Louisiana Overview: Economy
Louisiana's climate (subtropical in the south and temperate in the north) and rich alluvial soil make the state one of the nation's leading producers of sweet potatoes, rice, and sugarcane. Other major commodities are soybeans, cotton, and dairy products, and strawberries, corn, hay, pecans, and truck vegetables are produced in quantity. Fishing is a major industry; shrimp, menhaden, and oysters are principal catches. Louisiana is a leading fur-trapping state; its marshes (7,409 sq mi/19,189 sq km of the state's area is underwater) supply most of the country's muskrat furs. Pelts are also obtained from mink, nutria, coypus, opossums, otter, and raccoon.
The state has great mineral wealth. It leads the nation in the production of salt and sulfur, and it ranks high in the production of crude petroleum (of which many deposits are offshore), natural gas, and natural-gas liquids. Timber is plentiful; forests cover almost 50% of the land area. The state rapidly industrialized in the 1960s and 70s and has giant oil refineries, petrochemical plants, foundries, and lumber and paper mills. Other industries produce foods, transportation equipment, and electronic equipment. Four of the ten busiest U.S. ports—New Orleans, South Louisiana, Baton Rouge, and Plaquemines—line the lower Mississippi River.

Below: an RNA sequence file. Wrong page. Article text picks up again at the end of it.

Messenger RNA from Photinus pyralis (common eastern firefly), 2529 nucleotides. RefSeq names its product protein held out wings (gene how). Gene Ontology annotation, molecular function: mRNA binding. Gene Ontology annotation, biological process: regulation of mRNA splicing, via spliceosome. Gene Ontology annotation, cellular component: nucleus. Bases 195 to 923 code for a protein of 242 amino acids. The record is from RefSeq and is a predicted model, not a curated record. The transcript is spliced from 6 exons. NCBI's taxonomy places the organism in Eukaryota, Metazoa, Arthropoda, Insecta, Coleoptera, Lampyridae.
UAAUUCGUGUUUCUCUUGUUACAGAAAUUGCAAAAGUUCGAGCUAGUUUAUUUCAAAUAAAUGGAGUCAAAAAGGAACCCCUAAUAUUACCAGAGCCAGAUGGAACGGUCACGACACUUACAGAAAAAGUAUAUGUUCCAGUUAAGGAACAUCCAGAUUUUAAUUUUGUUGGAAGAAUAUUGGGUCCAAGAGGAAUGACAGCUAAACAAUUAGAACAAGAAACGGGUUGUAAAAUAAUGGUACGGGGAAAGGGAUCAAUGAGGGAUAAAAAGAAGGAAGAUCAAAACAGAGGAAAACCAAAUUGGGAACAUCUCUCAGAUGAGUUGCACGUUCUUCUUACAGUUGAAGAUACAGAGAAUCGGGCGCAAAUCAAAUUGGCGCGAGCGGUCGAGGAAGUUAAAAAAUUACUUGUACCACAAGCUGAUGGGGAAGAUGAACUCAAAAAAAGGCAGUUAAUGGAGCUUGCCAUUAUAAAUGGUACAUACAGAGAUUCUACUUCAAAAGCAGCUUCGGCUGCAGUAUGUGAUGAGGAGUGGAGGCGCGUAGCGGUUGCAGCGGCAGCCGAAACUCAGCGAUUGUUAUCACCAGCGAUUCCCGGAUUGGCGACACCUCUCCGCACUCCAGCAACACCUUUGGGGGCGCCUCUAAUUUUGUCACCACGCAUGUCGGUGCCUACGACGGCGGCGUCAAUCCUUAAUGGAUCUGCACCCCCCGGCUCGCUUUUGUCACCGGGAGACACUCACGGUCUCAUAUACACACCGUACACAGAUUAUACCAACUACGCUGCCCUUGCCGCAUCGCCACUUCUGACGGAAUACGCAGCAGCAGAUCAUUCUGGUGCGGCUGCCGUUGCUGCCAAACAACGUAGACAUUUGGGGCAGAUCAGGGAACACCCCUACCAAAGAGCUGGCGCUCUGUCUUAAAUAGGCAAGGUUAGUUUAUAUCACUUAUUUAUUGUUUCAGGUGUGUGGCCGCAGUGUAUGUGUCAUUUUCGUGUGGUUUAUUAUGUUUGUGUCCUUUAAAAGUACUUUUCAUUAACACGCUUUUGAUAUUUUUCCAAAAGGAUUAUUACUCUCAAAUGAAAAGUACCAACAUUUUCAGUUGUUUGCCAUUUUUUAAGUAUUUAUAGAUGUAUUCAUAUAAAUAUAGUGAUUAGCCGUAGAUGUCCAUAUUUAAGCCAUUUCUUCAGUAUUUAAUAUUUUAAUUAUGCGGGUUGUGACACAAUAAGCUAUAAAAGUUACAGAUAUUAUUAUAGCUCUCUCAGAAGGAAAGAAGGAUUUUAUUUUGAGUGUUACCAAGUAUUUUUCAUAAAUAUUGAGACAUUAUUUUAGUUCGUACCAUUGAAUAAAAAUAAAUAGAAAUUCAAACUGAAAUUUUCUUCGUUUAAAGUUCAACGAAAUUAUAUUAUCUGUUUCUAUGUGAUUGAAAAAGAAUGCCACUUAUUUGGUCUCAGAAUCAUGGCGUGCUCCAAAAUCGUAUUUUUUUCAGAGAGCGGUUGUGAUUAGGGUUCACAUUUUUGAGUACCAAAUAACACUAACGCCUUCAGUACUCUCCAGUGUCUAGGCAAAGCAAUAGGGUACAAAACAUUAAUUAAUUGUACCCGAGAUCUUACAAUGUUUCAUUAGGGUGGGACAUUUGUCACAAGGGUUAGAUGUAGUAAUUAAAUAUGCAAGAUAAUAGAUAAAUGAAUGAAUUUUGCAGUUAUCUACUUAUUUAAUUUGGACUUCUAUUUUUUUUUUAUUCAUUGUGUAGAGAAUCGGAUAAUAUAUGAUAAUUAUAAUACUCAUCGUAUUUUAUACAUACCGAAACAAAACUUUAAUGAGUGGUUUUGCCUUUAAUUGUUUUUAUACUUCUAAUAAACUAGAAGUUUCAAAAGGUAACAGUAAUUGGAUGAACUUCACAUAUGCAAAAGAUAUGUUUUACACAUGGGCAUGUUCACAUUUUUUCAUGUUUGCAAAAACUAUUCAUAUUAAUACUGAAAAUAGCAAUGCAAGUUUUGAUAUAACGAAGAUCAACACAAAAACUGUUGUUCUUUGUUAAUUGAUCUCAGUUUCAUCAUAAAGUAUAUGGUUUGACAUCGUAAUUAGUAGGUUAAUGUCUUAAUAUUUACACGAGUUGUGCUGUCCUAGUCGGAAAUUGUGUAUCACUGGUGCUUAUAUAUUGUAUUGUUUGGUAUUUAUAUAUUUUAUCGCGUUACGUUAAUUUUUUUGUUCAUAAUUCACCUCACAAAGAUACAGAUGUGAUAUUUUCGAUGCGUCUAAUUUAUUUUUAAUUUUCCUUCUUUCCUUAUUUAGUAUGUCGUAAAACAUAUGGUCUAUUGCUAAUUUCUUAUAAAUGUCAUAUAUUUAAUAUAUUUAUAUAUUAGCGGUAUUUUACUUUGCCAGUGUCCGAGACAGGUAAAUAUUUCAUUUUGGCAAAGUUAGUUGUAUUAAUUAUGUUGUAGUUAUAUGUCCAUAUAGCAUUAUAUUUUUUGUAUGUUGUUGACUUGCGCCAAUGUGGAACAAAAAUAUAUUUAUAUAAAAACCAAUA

Tourism is increasingly important to the state economy; New Orleans is the major attraction with its history, nightlife, and Old World charm. The largest city in Louisiana, it is especially noted for its picturesque French quarter, which has many celebrated restaurants, and for the Mardi Gras—perhaps the most famous festival in the United States—held annually since 1838.
Baton Rouge is the capital and the second largest city. Other major cities are Shreveport , Lake Charles , Kenner , and Lafayette . Louisiana is rich in tradition and legend. Four different groups have contributed to its unique heritage: the Creoles, descendants of the original Spanish and French colonists; the Cajuns, whose French ancestors were expelled from Acadia (Nova Scotia and New Brunswick) by the British in 1755; the American cotton planters; and the African Americans who worked to create much of Louisiana's wealth and whose music, especially, has swept the world. Along the rivers and bayous overhung with Spanish moss, some old mansions remain, recalling the elegance and splendor of antebellum days. Plantation tours from Baton Rouge and Natchitoches are popular, while the Cajun country west of New Orleans also attracts visitors—most particularly to the area around St. Martinville and Lafayette.
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The Columbia Electronic Encyclopedia, 6th ed. Copyright © 2012, Columbia University Press. All rights reserved.
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